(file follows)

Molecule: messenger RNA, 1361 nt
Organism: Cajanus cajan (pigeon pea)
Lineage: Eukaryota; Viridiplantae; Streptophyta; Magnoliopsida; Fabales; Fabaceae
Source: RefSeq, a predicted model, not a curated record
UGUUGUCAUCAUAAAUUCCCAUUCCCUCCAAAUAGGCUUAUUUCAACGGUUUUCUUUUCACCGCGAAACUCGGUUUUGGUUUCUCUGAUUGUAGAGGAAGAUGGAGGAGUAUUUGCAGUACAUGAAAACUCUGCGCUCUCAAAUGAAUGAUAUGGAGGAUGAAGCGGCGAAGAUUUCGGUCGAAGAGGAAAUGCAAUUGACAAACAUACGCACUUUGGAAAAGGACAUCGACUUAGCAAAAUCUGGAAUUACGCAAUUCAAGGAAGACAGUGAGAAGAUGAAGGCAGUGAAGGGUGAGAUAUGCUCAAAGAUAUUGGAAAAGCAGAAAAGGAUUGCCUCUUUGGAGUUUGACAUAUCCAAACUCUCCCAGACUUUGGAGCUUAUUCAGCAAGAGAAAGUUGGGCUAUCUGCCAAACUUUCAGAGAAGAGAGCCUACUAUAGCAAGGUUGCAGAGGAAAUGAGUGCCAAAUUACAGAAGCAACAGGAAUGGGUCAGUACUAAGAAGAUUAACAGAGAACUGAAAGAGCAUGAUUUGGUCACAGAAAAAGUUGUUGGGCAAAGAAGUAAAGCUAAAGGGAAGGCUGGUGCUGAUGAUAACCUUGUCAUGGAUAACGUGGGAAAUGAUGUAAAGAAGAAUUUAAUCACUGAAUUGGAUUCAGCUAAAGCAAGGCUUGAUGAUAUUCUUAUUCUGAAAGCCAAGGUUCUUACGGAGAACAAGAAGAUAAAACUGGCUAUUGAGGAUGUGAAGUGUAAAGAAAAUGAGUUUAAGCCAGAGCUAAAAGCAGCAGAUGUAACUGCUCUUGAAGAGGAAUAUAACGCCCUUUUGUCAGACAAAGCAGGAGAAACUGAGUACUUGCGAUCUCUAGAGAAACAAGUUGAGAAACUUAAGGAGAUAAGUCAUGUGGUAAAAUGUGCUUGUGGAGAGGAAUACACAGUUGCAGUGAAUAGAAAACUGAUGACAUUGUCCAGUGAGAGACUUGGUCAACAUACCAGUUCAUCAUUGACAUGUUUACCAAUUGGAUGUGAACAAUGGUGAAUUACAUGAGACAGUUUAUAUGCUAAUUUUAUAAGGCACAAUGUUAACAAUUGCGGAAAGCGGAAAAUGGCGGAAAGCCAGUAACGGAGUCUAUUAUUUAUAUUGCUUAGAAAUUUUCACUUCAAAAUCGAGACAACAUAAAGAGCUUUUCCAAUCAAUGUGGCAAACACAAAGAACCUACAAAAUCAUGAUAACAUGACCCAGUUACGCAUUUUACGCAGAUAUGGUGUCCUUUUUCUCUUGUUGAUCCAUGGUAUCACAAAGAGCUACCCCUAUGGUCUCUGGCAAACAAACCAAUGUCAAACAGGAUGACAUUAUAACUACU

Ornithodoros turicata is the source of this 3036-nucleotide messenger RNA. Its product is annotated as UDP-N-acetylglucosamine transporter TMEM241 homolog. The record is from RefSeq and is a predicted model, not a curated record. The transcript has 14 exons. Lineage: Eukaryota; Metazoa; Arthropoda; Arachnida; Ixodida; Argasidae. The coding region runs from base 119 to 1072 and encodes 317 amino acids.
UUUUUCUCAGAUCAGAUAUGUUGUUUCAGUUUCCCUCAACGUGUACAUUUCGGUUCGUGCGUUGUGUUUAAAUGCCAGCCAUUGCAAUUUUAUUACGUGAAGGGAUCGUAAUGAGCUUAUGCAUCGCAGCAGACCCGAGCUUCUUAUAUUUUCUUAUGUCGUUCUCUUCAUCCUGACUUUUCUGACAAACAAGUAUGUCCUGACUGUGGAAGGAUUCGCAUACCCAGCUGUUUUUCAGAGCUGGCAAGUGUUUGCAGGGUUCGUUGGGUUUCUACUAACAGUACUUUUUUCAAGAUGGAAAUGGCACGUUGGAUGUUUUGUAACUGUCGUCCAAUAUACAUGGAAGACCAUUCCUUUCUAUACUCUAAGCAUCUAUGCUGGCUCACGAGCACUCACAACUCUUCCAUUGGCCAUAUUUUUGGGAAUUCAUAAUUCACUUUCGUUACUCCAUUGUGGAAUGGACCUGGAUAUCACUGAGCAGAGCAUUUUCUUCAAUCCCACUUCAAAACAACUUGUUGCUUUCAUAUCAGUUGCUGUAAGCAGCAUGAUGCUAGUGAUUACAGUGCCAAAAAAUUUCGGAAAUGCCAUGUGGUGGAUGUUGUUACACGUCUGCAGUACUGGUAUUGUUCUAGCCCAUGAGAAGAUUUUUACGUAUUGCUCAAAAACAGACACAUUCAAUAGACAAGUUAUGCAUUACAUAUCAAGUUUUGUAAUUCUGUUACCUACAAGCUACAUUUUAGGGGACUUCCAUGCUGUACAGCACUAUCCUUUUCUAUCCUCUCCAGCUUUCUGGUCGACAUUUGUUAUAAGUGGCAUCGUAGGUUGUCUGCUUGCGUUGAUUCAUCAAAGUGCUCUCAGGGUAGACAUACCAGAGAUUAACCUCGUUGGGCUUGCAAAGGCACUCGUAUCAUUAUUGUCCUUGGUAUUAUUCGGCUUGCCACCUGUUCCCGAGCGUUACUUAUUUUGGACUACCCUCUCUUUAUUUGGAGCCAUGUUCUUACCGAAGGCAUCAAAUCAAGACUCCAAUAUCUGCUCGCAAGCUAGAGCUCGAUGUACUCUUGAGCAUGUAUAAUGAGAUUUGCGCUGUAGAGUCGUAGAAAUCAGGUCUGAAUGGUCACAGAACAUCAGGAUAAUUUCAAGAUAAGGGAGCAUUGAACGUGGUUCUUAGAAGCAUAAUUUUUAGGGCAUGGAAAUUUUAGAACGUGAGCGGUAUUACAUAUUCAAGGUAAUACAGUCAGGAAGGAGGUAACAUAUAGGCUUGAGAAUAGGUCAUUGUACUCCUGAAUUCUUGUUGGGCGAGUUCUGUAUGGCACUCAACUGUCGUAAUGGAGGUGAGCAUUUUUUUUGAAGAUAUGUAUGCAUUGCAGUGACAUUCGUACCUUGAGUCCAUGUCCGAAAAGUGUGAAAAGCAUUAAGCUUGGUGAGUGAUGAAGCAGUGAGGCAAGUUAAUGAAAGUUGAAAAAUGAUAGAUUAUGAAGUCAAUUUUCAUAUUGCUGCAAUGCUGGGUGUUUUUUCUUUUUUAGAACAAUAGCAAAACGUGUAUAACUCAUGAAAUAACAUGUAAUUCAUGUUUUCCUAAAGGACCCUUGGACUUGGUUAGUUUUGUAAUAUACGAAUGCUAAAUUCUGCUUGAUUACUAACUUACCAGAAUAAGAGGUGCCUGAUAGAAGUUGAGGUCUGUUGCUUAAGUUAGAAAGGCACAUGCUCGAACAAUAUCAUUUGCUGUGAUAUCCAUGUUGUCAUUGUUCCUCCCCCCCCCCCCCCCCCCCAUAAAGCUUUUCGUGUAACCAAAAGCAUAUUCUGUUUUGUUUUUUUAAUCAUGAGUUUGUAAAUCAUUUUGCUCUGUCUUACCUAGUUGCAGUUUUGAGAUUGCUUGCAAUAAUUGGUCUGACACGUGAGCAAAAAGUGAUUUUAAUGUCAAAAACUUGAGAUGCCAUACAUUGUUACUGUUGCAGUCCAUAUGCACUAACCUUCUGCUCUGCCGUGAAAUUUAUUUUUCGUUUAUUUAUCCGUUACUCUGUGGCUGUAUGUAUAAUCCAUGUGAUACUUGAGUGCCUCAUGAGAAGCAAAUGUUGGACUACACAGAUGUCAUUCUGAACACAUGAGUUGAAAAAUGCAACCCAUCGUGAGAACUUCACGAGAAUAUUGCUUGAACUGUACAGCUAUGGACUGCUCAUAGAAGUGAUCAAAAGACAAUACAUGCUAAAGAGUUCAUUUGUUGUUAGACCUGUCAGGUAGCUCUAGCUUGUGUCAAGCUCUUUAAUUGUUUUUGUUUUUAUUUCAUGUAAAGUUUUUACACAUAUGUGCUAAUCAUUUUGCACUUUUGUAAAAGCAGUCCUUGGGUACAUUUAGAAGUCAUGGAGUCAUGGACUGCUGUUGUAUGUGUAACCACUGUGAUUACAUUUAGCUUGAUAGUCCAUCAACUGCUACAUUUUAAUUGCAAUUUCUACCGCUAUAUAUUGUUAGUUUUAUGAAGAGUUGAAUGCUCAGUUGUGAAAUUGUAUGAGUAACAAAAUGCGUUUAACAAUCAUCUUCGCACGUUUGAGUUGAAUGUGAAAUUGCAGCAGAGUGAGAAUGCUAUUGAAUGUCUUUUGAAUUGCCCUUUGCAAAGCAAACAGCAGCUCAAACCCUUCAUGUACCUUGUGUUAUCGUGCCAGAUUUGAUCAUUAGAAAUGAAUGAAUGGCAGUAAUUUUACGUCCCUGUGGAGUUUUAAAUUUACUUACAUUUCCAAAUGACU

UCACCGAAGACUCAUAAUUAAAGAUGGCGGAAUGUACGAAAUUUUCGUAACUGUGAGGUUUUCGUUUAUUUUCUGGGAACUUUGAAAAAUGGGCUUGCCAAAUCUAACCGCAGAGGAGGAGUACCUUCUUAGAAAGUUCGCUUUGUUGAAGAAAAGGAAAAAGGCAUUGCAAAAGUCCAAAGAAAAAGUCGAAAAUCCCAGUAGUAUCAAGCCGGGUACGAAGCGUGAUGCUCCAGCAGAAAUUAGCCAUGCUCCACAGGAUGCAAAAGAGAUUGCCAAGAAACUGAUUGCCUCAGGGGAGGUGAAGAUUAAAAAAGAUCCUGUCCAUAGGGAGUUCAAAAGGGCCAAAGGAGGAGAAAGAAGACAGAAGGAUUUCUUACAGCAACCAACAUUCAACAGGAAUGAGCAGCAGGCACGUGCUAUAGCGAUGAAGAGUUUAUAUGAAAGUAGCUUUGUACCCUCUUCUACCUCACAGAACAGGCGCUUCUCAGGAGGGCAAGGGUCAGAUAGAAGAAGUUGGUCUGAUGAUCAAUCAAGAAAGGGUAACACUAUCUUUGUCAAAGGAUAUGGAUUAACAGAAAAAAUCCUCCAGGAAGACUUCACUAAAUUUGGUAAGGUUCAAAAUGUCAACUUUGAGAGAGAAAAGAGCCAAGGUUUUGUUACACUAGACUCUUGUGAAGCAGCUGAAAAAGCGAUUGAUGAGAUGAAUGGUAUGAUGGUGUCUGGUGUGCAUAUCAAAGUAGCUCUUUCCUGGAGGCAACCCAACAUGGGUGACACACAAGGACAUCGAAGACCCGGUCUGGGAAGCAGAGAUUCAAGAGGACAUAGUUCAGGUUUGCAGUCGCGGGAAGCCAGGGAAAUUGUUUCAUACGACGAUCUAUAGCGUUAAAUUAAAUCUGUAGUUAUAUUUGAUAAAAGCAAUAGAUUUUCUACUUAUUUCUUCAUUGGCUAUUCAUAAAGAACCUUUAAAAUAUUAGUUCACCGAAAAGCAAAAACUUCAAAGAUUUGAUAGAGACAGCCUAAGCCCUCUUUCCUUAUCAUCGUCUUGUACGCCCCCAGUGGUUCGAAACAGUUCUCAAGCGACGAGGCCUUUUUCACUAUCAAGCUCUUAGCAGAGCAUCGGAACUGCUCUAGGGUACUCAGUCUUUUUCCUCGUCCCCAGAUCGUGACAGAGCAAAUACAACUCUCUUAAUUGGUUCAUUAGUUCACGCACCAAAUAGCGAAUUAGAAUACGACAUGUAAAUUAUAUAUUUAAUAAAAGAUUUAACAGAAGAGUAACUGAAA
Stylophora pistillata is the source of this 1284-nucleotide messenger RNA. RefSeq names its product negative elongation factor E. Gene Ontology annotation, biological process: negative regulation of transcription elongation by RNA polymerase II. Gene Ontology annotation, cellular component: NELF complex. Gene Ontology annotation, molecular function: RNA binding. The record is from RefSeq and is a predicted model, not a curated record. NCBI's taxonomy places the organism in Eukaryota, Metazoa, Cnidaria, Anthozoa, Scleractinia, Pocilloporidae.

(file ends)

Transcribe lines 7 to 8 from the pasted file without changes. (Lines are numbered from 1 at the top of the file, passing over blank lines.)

UUUUUCUCAGAUCAGAUAUGUUGUUUCAGUUUCCCUCAACGUGUACAUUUCGGUUCGUGCGUUGUGUUUAAAUGCCAGCCAUUGCAAUUUUAUUACGUGAAGGGAUCGUAAUGAGCUUAUGCAUCGCAGCAGACCCGAGCUUCUUAUAUUUUCUUAUGUCGUUCUCUUCAUCCUGACUUUUCUGACAAACAAGUAUGUCCUGACUGUGGAAGGAUUCGCAUACCCAGCUGUUUUUCAGAGCUGGCAAGUGUUUGCAGGGUUCGUUGGGUUUCUACUAACAGUACUUUUUUCAAGAUGGAAAUGGCACGUUGGAUGUUUUGUAACUGUCGUCCAAUAUACAUGGAAGACCAUUCCUUUCUAUACUCUAAGCAUCUAUGCUGGCUCACGAGCACUCACAACUCUUCCAUUGGCCAUAUUUUUGGGAAUUCAUAAUUCACUUUCGUUACUCCAUUGUGGAAUGGACCUGGAUAUCACUGAGCAGAGCAUUUUCUUCAAUCCCACUUCAAAACAACUUGUUGCUUUCAUAUCAGUUGCUGUAAGCAGCAUGAUGCUAGUGAUUACAGUGCCAAAAAAUUUCGGAAAUGCCAUGUGGUGGAUGUUGUUACACGUCUGCAGUACUGGUAUUGUUCUAGCCCAUGAGAAGAUUUUUACGUAUUGCUCAAAAACAGACACAUUCAAUAGACAAGUUAUGCAUUACAUAUCAAGUUUUGUAAUUCUGUUACCUACAAGCUACAUUUUAGGGGACUUCCAUGCUGUACAGCACUAUCCUUUUCUAUCCUCUCCAGCUUUCUGGUCGACAUUUGUUAUAAGUGGCAUCGUAGGUUGUCUGCUUGCGUUGAUUCAUCAAAGUGCUCUCAGGGUAGACAUACCAGAGAUUAACCUCGUUGGGCUUGCAAAGGCACUCGUAUCAUUAUUGUCCUUGGUAUUAUUCGGCUUGCCACCUGUUCCCGAGCGUUACUUAUUUUGGACUACCCUCUCUUUAUUUGGAGCCAUGUUCUUACCGAAGGCAUCAAAUCAAGACUCCAAUAUCUGCUCGCAAGCUAGAGCUCGAUGUACUCUUGAGCAUGUAUAAUGAGAUUUGCGCUGUAGAGUCGUAGAAAUCAGGUCUGAAUGGUCACAGAACAUCAGGAUAAUUUCAAGAUAAGGGAGCAUUGAACGUGGUUCUUAGAAGCAUAAUUUUUAGGGCAUGGAAAUUUUAGAACGUGAGCGGUAUUACAUAUUCAAGGUAAUACAGUCAGGAAGGAGGUAACAUAUAGGCUUGAGAAUAGGUCAUUGUACUCCUGAAUUCUUGUUGGGCGAGUUCUGUAUGGCACUCAACUGUCGUAAUGGAGGUGAGCAUUUUUUUUGAAGAUAUGUAUGCAUUGCAGUGACAUUCGUACCUUGAGUCCAUGUCCGAAAAGUGUGAAAAGCAUUAAGCUUGGUGAGUGAUGAAGCAGUGAGGCAAGUUAAUGAAAGUUGAAAAAUGAUAGAUUAUGAAGUCAAUUUUCAUAUUGCUGCAAUGCUGGGUGUUUUUUCUUUUUUAGAACAAUAGCAAAACGUGUAUAACUCAUGAAAUAACAUGUAAUUCAUGUUUUCCUAAAGGACCCUUGGACUUGGUUAGUUUUGUAAUAUACGAAUGCUAAAUUCUGCUUGAUUACUAACUUACCAGAAUAAGAGGUGCCUGAUAGAAGUUGAGGUCUGUUGCUUAAGUUAGAAAGGCACAUGCUCGAACAAUAUCAUUUGCUGUGAUAUCCAUGUUGUCAUUGUUCCUCCCCCCCCCCCCCCCCCCCAUAAAGCUUUUCGUGUAACCAAAAGCAUAUUCUGUUUUGUUUUUUUAAUCAUGAGUUUGUAAAUCAUUUUGCUCUGUCUUACCUAGUUGCAGUUUUGAGAUUGCUUGCAAUAAUUGGUCUGACACGUGAGCAAAAAGUGAUUUUAAUGUCAAAAACUUGAGAUGCCAUACAUUGUUACUGUUGCAGUCCAUAUGCACUAACCUUCUGCUCUGCCGUGAAAUUUAUUUUUCGUUUAUUUAUCCGUUACUCUGUGGCUGUAUGUAUAAUCCAUGUGAUACUUGAGUGCCUCAUGAGAAGCAAAUGUUGGACUACACAGAUGUCAUUCUGAACACAUGAGUUGAAAAAUGCAACCCAUCGUGAGAACUUCACGAGAAUAUUGCUUGAACUGUACAGCUAUGGACUGCUCAUAGAAGUGAUCAAAAGACAAUACAUGCUAAAGAGUUCAUUUGUUGUUAGACCUGUCAGGUAGCUCUAGCUUGUGUCAAGCUCUUUAAUUGUUUUUGUUUUUAUUUCAUGUAAAGUUUUUACACAUAUGUGCUAAUCAUUUUGCACUUUUGUAAAAGCAGUCCUUGGGUACAUUUAGAAGUCAUGGAGUCAUGGACUGCUGUUGUAUGUGUAACCACUGUGAUUACAUUUAGCUUGAUAGUCCAUCAACUGCUACAUUUUAAUUGCAAUUUCUACCGCUAUAUAUUGUUAGUUUUAUGAAGAGUUGAAUGCUCAGUUGUGAAAUUGUAUGAGUAACAAAAUGCGUUUAACAAUCAUCUUCGCACGUUUGAGUUGAAUGUGAAAUUGCAGCAGAGUGAGAAUGCUAUUGAAUGUCUUUUGAAUUGCCCUUUGCAAAGCAAACAGCAGCUCAAACCCUUCAUGUACCUUGUGUUAUCGUGCCAGAUUUGAUCAUUAGAAAUGAAUGAAUGGCAGUAAUUUUACGUCCCUGUGGAGUUUUAAAUUUACUUACAUUUCCAAAUGACU

UCACCGAAGACUCAUAAUUAAAGAUGGCGGAAUGUACGAAAUUUUCGUAACUGUGAGGUUUUCGUUUAUUUUCUGGGAACUUUGAAAAAUGGGCUUGCCAAAUCUAACCGCAGAGGAGGAGUACCUUCUUAGAAAGUUCGCUUUGUUGAAGAAAAGGAAAAAGGCAUUGCAAAAGUCCAAAGAAAAAGUCGAAAAUCCCAGUAGUAUCAAGCCGGGUACGAAGCGUGAUGCUCCAGCAGAAAUUAGCCAUGCUCCACAGGAUGCAAAAGAGAUUGCCAAGAAACUGAUUGCCUCAGGGGAGGUGAAGAUUAAAAAAGAUCCUGUCCAUAGGGAGUUCAAAAGGGCCAAAGGAGGAGAAAGAAGACAGAAGGAUUUCUUACAGCAACCAACAUUCAACAGGAAUGAGCAGCAGGCACGUGCUAUAGCGAUGAAGAGUUUAUAUGAAAGUAGCUUUGUACCCUCUUCUACCUCACAGAACAGGCGCUUCUCAGGAGGGCAAGGGUCAGAUAGAAGAAGUUGGUCUGAUGAUCAAUCAAGAAAGGGUAACACUAUCUUUGUCAAAGGAUAUGGAUUAACAGAAAAAAUCCUCCAGGAAGACUUCACUAAAUUUGGUAAGGUUCAAAAUGUCAACUUUGAGAGAGAAAAGAGCCAAGGUUUUGUUACACUAGACUCUUGUGAAGCAGCUGAAAAAGCGAUUGAUGAGAUGAAUGGUAUGAUGGUGUCUGGUGUGCAUAUCAAAGUAGCUCUUUCCUGGAGGCAACCCAACAUGGGUGACACACAAGGACAUCGAAGACCCGGUCUGGGAAGCAGAGAUUCAAGAGGACAUAGUUCAGGUUUGCAGUCGCGGGAAGCCAGGGAAAUUGUUUCAUACGACGAUCUAUAGCGUUAAAUUAAAUCUGUAGUUAUAUUUGAUAAAAGCAAUAGAUUUUCUACUUAUUUCUUCAUUGGCUAUUCAUAAAGAACCUUUAAAAUAUUAGUUCACCGAAAAGCAAAAACUUCAAAGAUUUGAUAGAGACAGCCUAAGCCCUCUUUCCUUAUCAUCGUCUUGUACGCCCCCAGUGGUUCGAAACAGUUCUCAAGCGACGAGGCCUUUUUCACUAUCAAGCUCUUAGCAGAGCAUCGGAACUGCUCUAGGGUACUCAGUCUUUUUCCUCGUCCCCAGAUCGUGACAGAGCAAAUACAACUCUCUUAAUUGGUUCAUUAGUUCACGCACCAAAUAGCGAAUUAGAAUACGACAUGUAAAUUAUAUAUUUAAUAAAAGAUUUAACAGAAGAGUAACUGAAA